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  • The Mavs finally made their opponent think by making some critical adjustments, The Athletic’s Tim Cato writes. Dallas has historically done well in the playoffs after falling into a deficit under Kidd, and Game 4 was no exception. Dereck Lively II looked comfortable and Dante Exum saw more action, scoring 10 points off the bench and proving he can contribute. “We waited until Game 4 to ultimately play our best game,Kyrie Irving said. “But we have another opportunity to extend the season. That’s all we can ask for. We handled our business tonight. But the job is still an uphill battle, and we understand that.
  • Doncic showed the basketball world that he’s willing and ready to take a step with his game, Sam Amick of The Athletic writes. Doncic apologized for his Game 3 actions involving referees and then was more composed in Game 4. Amick writes that Doncic’s three steals also signal his willingness to improve as a two-way player.
  • Kidd defended Doncic prior to Game 4, Joe Vardon of The Athletic observes. “For whatever reason, there have been some personal attacks on him, but he will learn from them and he will be better when he comes back from it,” Kidd said ahead of Friday’s game. Kidd said Doncic deserves a break but also pointed out that some of the league’s greatest have taken this sort of criticism before finding long-term success.

Southwest Notes: Doncic, Mavs, Spurs, Rockets, Pelicans

Luka Doncic has averaged nearly 30 points per night in the first three games of the NBA Finals, but the Mavericks were outscored by 10 points when he was on the floor in Game 1; he committed eight turnovers and missed four free throws in Game 2; and he made just 11-of-27 shots in Game 3 before fouling out of a three-point game with over four minutes still on the clock. He has also been repeatedly targeted on defense over the course of the series.

While head coach Jason Kidd isn’t throwing in the towel on this series with his team facing a 3-0 deficit, he noted on Thursday that no matter what happens the rest of the way, he expects his star player to learn from the challenges he has faced this spring and use those experiences as a springboard to get even better in future seasons.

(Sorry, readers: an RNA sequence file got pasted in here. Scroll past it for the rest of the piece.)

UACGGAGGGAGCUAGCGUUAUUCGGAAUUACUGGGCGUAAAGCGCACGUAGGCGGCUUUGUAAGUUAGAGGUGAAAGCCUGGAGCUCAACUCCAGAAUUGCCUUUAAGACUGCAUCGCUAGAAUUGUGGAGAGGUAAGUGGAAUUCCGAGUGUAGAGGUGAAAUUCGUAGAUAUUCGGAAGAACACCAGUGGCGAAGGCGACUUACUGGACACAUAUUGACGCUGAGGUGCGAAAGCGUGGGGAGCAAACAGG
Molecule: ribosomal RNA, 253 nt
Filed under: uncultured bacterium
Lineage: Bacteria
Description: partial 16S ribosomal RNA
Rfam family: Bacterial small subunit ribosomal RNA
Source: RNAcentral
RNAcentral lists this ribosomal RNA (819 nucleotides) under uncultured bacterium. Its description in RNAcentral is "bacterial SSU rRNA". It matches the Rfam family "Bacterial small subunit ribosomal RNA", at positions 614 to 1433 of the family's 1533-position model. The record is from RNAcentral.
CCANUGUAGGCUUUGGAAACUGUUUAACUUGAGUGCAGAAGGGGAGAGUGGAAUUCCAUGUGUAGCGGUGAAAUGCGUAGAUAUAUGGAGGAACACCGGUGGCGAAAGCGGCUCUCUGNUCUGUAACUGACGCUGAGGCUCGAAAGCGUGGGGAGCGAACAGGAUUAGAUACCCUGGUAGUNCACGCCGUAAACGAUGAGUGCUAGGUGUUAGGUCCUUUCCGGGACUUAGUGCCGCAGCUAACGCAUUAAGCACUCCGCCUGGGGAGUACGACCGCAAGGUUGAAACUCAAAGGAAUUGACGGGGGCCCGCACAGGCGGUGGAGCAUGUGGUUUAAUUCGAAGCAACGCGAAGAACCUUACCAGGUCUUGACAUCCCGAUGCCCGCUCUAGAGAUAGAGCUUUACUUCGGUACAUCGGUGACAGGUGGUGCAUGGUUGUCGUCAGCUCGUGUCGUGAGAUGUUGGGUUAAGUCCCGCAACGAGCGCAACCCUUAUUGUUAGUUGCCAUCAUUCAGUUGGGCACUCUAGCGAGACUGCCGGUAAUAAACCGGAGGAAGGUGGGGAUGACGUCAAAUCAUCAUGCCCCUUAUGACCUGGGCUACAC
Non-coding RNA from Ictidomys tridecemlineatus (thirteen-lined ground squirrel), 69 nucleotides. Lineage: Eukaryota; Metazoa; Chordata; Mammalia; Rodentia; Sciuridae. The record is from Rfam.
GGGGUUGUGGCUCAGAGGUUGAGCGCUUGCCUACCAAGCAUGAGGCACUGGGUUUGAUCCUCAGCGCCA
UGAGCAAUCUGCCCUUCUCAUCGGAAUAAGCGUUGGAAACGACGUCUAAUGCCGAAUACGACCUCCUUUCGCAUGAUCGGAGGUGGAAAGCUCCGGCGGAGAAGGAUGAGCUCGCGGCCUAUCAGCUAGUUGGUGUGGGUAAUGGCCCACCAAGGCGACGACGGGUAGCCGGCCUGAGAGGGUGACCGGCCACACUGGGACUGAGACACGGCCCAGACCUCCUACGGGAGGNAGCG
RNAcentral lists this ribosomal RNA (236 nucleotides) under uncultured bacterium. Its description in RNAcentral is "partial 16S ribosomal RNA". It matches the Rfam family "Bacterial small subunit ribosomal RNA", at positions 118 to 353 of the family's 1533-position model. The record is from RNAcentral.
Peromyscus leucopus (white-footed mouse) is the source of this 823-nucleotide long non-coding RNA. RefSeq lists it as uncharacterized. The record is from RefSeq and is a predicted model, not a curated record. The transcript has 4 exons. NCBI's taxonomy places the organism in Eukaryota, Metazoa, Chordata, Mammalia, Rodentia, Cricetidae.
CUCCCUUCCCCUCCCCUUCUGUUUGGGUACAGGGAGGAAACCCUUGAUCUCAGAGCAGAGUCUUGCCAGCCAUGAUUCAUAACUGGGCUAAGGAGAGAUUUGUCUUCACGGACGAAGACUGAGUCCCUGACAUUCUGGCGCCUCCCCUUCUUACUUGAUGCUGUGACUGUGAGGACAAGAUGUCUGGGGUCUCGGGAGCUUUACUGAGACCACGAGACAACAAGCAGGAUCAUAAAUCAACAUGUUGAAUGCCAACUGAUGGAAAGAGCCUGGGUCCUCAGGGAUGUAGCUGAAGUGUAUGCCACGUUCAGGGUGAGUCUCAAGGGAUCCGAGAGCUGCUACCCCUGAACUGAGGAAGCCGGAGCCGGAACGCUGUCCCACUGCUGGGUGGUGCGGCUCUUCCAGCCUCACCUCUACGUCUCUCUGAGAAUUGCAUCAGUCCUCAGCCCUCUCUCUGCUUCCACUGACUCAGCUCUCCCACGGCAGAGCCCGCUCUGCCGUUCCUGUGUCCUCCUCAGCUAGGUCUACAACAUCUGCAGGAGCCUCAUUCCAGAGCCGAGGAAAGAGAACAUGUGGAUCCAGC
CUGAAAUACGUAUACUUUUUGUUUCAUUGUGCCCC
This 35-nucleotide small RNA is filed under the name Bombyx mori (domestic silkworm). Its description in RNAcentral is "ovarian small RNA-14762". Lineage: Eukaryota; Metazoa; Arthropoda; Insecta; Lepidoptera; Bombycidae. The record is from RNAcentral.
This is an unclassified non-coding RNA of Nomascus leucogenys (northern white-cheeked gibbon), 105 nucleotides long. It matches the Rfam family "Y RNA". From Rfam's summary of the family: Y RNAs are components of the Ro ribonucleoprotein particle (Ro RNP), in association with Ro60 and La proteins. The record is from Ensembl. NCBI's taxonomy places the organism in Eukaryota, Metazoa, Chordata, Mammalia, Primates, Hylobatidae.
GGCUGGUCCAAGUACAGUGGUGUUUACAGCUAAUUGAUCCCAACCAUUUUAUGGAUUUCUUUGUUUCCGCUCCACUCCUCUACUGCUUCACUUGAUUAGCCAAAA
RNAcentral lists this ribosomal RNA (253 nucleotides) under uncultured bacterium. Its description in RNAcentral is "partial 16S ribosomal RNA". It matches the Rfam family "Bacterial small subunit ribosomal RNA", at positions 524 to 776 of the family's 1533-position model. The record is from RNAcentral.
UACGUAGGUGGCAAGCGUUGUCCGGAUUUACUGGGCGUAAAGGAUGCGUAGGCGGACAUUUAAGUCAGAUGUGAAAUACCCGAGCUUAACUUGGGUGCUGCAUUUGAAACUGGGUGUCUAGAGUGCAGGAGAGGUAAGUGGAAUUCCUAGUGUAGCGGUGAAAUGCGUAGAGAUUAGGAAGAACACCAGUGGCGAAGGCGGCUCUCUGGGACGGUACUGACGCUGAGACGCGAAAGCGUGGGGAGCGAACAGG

“The history is there for us to learn from, when you look at great players and the struggles,” Kidd told reporters (story via Dan Devine of Yahoo Sports). “You look at (Michael Jordan) and the struggles that he had against Detroit. You look at some of Magic Johnson’s struggles. You look at LeBron (James‘) first time around (against the Spurs in the 2007 Finals). It’s there to learn from. But the great ones, they use that going into the next season, or the next couple of seasons, to try to get back there. Because now they understand experience is a big thing.”

Here’ more from around the Southwest:

  • Kidd isn’t planning to make any changes to the Mavericks‘ starting lineup in Game 4, he said on Thursday, as Joe Vardon of The Athletic relays.
  • Which prospects in this year’s draft would fit best next to Victor Wembanyama for the Spurs? Jonathan Givony of ESPN (Insider link) considers that question, offering up some suggestions for San Antonio at No. 4, No. 8, No. 35, and No. 48. Kentucky guards Reed Sheppard and Rob Dillingham are Givony’s top suggestions for the fourth overall pick, while Nikola Topic and Dalton Knecht lead his list at eighth overall. Terrence Shannon, Adem Bona, Cam Spencer, and Jaylen Wells are among the players Givony likes as second-round targets.